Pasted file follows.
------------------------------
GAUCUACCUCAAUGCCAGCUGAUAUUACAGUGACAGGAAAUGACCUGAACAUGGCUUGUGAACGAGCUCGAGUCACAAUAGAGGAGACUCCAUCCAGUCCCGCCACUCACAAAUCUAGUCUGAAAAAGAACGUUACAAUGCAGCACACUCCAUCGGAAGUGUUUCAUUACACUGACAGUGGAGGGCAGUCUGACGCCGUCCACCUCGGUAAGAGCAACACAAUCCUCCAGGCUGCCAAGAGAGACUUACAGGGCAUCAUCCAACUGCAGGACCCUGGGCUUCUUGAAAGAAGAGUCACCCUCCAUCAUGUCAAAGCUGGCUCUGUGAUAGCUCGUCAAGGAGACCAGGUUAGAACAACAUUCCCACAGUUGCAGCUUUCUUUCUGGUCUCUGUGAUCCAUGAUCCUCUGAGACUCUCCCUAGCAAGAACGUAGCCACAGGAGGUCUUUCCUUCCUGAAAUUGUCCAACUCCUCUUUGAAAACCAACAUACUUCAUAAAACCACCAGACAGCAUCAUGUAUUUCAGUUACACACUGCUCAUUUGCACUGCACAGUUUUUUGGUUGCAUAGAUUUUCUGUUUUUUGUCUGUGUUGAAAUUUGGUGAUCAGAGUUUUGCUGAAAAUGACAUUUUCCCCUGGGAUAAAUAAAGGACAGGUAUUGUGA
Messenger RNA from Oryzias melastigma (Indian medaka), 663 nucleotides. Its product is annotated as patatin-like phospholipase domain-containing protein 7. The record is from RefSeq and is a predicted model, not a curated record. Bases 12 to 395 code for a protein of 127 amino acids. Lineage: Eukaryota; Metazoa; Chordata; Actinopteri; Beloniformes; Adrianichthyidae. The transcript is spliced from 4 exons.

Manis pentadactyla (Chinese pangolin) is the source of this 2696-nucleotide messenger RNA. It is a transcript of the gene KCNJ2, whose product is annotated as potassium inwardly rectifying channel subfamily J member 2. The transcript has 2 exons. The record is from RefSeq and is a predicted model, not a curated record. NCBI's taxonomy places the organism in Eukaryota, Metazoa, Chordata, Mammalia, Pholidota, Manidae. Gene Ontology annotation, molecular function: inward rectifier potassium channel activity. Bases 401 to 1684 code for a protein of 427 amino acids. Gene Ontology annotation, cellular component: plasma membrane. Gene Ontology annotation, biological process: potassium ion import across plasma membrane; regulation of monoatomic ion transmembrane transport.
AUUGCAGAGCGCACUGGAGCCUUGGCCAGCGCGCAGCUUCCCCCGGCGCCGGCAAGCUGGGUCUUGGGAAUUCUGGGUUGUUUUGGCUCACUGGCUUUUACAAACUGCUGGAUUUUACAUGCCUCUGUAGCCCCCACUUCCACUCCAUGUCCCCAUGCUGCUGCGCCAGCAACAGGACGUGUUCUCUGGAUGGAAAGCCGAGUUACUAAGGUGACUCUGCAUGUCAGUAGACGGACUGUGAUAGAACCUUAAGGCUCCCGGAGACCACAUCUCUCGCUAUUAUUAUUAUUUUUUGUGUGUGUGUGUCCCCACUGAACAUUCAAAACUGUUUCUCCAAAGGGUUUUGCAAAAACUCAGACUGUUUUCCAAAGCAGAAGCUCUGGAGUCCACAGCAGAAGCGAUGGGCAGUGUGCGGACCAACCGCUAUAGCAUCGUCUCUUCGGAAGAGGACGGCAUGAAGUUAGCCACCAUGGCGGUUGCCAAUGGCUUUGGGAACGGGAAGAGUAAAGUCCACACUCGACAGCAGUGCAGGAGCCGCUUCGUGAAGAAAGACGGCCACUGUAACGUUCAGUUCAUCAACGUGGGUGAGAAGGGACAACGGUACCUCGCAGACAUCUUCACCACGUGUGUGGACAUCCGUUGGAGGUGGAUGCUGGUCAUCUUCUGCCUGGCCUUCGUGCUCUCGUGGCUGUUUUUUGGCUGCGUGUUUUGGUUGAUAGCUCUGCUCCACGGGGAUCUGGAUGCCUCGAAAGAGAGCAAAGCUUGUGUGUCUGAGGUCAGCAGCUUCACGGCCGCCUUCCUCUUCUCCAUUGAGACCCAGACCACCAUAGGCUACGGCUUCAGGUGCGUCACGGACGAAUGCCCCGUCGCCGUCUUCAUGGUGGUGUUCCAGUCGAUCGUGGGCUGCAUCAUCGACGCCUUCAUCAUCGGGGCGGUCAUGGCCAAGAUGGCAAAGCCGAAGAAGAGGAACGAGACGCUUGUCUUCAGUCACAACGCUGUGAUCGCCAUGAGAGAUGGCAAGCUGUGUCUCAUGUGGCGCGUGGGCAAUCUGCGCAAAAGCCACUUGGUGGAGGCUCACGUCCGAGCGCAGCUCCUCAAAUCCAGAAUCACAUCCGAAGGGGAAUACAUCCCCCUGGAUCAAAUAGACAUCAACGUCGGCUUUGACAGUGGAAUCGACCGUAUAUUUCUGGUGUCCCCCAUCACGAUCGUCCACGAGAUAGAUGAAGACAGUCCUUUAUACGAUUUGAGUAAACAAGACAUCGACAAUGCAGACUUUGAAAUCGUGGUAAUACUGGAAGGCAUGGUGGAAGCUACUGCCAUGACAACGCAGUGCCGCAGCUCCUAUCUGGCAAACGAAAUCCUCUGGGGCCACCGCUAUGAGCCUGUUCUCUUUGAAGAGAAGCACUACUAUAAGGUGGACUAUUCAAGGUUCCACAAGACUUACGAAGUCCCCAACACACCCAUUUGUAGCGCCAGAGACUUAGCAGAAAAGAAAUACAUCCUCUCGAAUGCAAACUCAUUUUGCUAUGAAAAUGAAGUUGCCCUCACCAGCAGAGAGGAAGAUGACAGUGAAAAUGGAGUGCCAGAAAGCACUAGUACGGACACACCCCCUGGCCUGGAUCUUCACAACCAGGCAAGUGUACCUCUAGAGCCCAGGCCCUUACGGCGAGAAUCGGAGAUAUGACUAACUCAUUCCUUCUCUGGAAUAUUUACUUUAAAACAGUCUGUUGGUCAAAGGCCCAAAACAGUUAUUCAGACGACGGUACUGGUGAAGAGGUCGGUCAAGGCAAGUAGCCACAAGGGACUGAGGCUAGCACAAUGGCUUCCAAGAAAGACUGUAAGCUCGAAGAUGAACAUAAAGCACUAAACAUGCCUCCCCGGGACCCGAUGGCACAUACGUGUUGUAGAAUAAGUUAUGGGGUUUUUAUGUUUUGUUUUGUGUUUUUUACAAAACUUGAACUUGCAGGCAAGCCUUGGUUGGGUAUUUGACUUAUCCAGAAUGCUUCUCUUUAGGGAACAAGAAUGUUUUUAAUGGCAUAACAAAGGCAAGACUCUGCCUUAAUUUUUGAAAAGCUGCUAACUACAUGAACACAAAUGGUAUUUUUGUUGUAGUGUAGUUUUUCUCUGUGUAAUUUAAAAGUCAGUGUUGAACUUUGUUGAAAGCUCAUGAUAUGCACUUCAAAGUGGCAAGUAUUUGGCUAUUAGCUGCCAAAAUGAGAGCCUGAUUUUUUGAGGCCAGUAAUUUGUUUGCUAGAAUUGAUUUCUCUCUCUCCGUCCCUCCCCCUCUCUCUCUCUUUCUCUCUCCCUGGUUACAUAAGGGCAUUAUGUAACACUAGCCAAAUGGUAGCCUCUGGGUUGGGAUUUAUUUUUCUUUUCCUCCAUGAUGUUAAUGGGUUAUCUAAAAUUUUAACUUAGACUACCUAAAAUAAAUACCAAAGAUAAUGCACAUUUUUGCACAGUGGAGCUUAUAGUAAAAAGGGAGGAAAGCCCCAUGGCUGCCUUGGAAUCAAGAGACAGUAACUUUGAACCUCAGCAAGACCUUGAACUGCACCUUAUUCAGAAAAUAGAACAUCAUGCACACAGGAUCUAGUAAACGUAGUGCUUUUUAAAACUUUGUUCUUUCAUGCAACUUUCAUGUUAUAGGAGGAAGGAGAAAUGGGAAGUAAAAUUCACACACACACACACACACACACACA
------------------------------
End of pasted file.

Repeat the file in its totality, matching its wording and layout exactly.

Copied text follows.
GAUCUACCUCAAUGCCAGCUGAUAUUACAGUGACAGGAAAUGACCUGAACAUGGCUUGUGAACGAGCUCGAGUCACAAUAGAGGAGACUCCAUCCAGUCCCGCCACUCACAAAUCUAGUCUGAAAAAGAACGUUACAAUGCAGCACACUCCAUCGGAAGUGUUUCAUUACACUGACAGUGGAGGGCAGUCUGACGCCGUCCACCUCGGUAAGAGCAACACAAUCCUCCAGGCUGCCAAGAGAGACUUACAGGGCAUCAUCCAACUGCAGGACCCUGGGCUUCUUGAAAGAAGAGUCACCCUCCAUCAUGUCAAAGCUGGCUCUGUGAUAGCUCGUCAAGGAGACCAGGUUAGAACAACAUUCCCACAGUUGCAGCUUUCUUUCUGGUCUCUGUGAUCCAUGAUCCUCUGAGACUCUCCCUAGCAAGAACGUAGCCACAGGAGGUCUUUCCUUCCUGAAAUUGUCCAACUCCUCUUUGAAAACCAACAUACUUCAUAAAACCACCAGACAGCAUCAUGUAUUUCAGUUACACACUGCUCAUUUGCACUGCACAGUUUUUUGGUUGCAUAGAUUUUCUGUUUUUUGUCUGUGUUGAAAUUUGGUGAUCAGAGUUUUGCUGAAAAUGACAUUUUCCCCUGGGAUAAAUAAAGGACAGGUAUUGUGA
Messenger RNA from Oryzias melastigma (Indian medaka), 663 nucleotides. Its product is annotated as patatin-like phospholipase domain-containing protein 7. The record is from RefSeq and is a predicted model, not a curated record. Bases 12 to 395 code for a protein of 127 amino acids. Lineage: Eukaryota; Metazoa; Chordata; Actinopteri; Beloniformes; Adrianichthyidae. The transcript is spliced from 4 exons.

Manis pentadactyla (Chinese pangolin) is the source of this 2696-nucleotide messenger RNA. It is a transcript of the gene KCNJ2, whose product is annotated as potassium inwardly rectifying channel subfamily J member 2. The transcript has 2 exons. The record is from RefSeq and is a predicted model, not a curated record. NCBI's taxonomy places the organism in Eukaryota, Metazoa, Chordata, Mammalia, Pholidota, Manidae. Gene Ontology annotation, molecular function: inward rectifier potassium channel activity. Bases 401 to 1684 code for a protein of 427 amino acids. Gene Ontology annotation, cellular component: plasma membrane. Gene Ontology annotation, biological process: potassium ion import across plasma membrane; regulation of monoatomic ion transmembrane transport.
AUUGCAGAGCGCACUGGAGCCUUGGCCAGCGCGCAGCUUCCCCCGGCGCCGGCAAGCUGGGUCUUGGGAAUUCUGGGUUGUUUUGGCUCACUGGCUUUUACAAACUGCUGGAUUUUACAUGCCUCUGUAGCCCCCACUUCCACUCCAUGUCCCCAUGCUGCUGCGCCAGCAACAGGACGUGUUCUCUGGAUGGAAAGCCGAGUUACUAAGGUGACUCUGCAUGUCAGUAGACGGACUGUGAUAGAACCUUAAGGCUCCCGGAGACCACAUCUCUCGCUAUUAUUAUUAUUUUUUGUGUGUGUGUGUCCCCACUGAACAUUCAAAACUGUUUCUCCAAAGGGUUUUGCAAAAACUCAGACUGUUUUCCAAAGCAGAAGCUCUGGAGUCCACAGCAGAAGCGAUGGGCAGUGUGCGGACCAACCGCUAUAGCAUCGUCUCUUCGGAAGAGGACGGCAUGAAGUUAGCCACCAUGGCGGUUGCCAAUGGCUUUGGGAACGGGAAGAGUAAAGUCCACACUCGACAGCAGUGCAGGAGCCGCUUCGUGAAGAAAGACGGCCACUGUAACGUUCAGUUCAUCAACGUGGGUGAGAAGGGACAACGGUACCUCGCAGACAUCUUCACCACGUGUGUGGACAUCCGUUGGAGGUGGAUGCUGGUCAUCUUCUGCCUGGCCUUCGUGCUCUCGUGGCUGUUUUUUGGCUGCGUGUUUUGGUUGAUAGCUCUGCUCCACGGGGAUCUGGAUGCCUCGAAAGAGAGCAAAGCUUGUGUGUCUGAGGUCAGCAGCUUCACGGCCGCCUUCCUCUUCUCCAUUGAGACCCAGACCACCAUAGGCUACGGCUUCAGGUGCGUCACGGACGAAUGCCCCGUCGCCGUCUUCAUGGUGGUGUUCCAGUCGAUCGUGGGCUGCAUCAUCGACGCCUUCAUCAUCGGGGCGGUCAUGGCCAAGAUGGCAAAGCCGAAGAAGAGGAACGAGACGCUUGUCUUCAGUCACAACGCUGUGAUCGCCAUGAGAGAUGGCAAGCUGUGUCUCAUGUGGCGCGUGGGCAAUCUGCGCAAAAGCCACUUGGUGGAGGCUCACGUCCGAGCGCAGCUCCUCAAAUCCAGAAUCACAUCCGAAGGGGAAUACAUCCCCCUGGAUCAAAUAGACAUCAACGUCGGCUUUGACAGUGGAAUCGACCGUAUAUUUCUGGUGUCCCCCAUCACGAUCGUCCACGAGAUAGAUGAAGACAGUCCUUUAUACGAUUUGAGUAAACAAGACAUCGACAAUGCAGACUUUGAAAUCGUGGUAAUACUGGAAGGCAUGGUGGAAGCUACUGCCAUGACAACGCAGUGCCGCAGCUCCUAUCUGGCAAACGAAAUCCUCUGGGGCCACCGCUAUGAGCCUGUUCUCUUUGAAGAGAAGCACUACUAUAAGGUGGACUAUUCAAGGUUCCACAAGACUUACGAAGUCCCCAACACACCCAUUUGUAGCGCCAGAGACUUAGCAGAAAAGAAAUACAUCCUCUCGAAUGCAAACUCAUUUUGCUAUGAAAAUGAAGUUGCCCUCACCAGCAGAGAGGAAGAUGACAGUGAAAAUGGAGUGCCAGAAAGCACUAGUACGGACACACCCCCUGGCCUGGAUCUUCACAACCAGGCAAGUGUACCUCUAGAGCCCAGGCCCUUACGGCGAGAAUCGGAGAUAUGACUAACUCAUUCCUUCUCUGGAAUAUUUACUUUAAAACAGUCUGUUGGUCAAAGGCCCAAAACAGUUAUUCAGACGACGGUACUGGUGAAGAGGUCGGUCAAGGCAAGUAGCCACAAGGGACUGAGGCUAGCACAAUGGCUUCCAAGAAAGACUGUAAGCUCGAAGAUGAACAUAAAGCACUAAACAUGCCUCCCCGGGACCCGAUGGCACAUACGUGUUGUAGAAUAAGUUAUGGGGUUUUUAUGUUUUGUUUUGUGUUUUUUACAAAACUUGAACUUGCAGGCAAGCCUUGGUUGGGUAUUUGACUUAUCCAGAAUGCUUCUCUUUAGGGAACAAGAAUGUUUUUAAUGGCAUAACAAAGGCAAGACUCUGCCUUAAUUUUUGAAAAGCUGCUAACUACAUGAACACAAAUGGUAUUUUUGUUGUAGUGUAGUUUUUCUCUGUGUAAUUUAAAAGUCAGUGUUGAACUUUGUUGAAAGCUCAUGAUAUGCACUUCAAAGUGGCAAGUAUUUGGCUAUUAGCUGCCAAAAUGAGAGCCUGAUUUUUUGAGGCCAGUAAUUUGUUUGCUAGAAUUGAUUUCUCUCUCUCCGUCCCUCCCCCUCUCUCUCUCUUUCUCUCUCCCUGGUUACAUAAGGGCAUUAUGUAACACUAGCCAAAUGGUAGCCUCUGGGUUGGGAUUUAUUUUUCUUUUCCUCCAUGAUGUUAAUGGGUUAUCUAAAAUUUUAACUUAGACUACCUAAAAUAAAUACCAAAGAUAAUGCACAUUUUUGCACAGUGGAGCUUAUAGUAAAAAGGGAGGAAAGCCCCAUGGCUGCCUUGGAAUCAAGAGACAGUAACUUUGAACCUCAGCAAGACCUUGAACUGCACCUUAUUCAGAAAAUAGAACAUCAUGCACACAGGAUCUAGUAAACGUAGUGCUUUUUAAAACUUUGUUCUUUCAUGCAACUUUCAUGUUAUAGGAGGAAGGAGAAAUGGGAAGUAAAAUUCACACACACACACACACACACACACA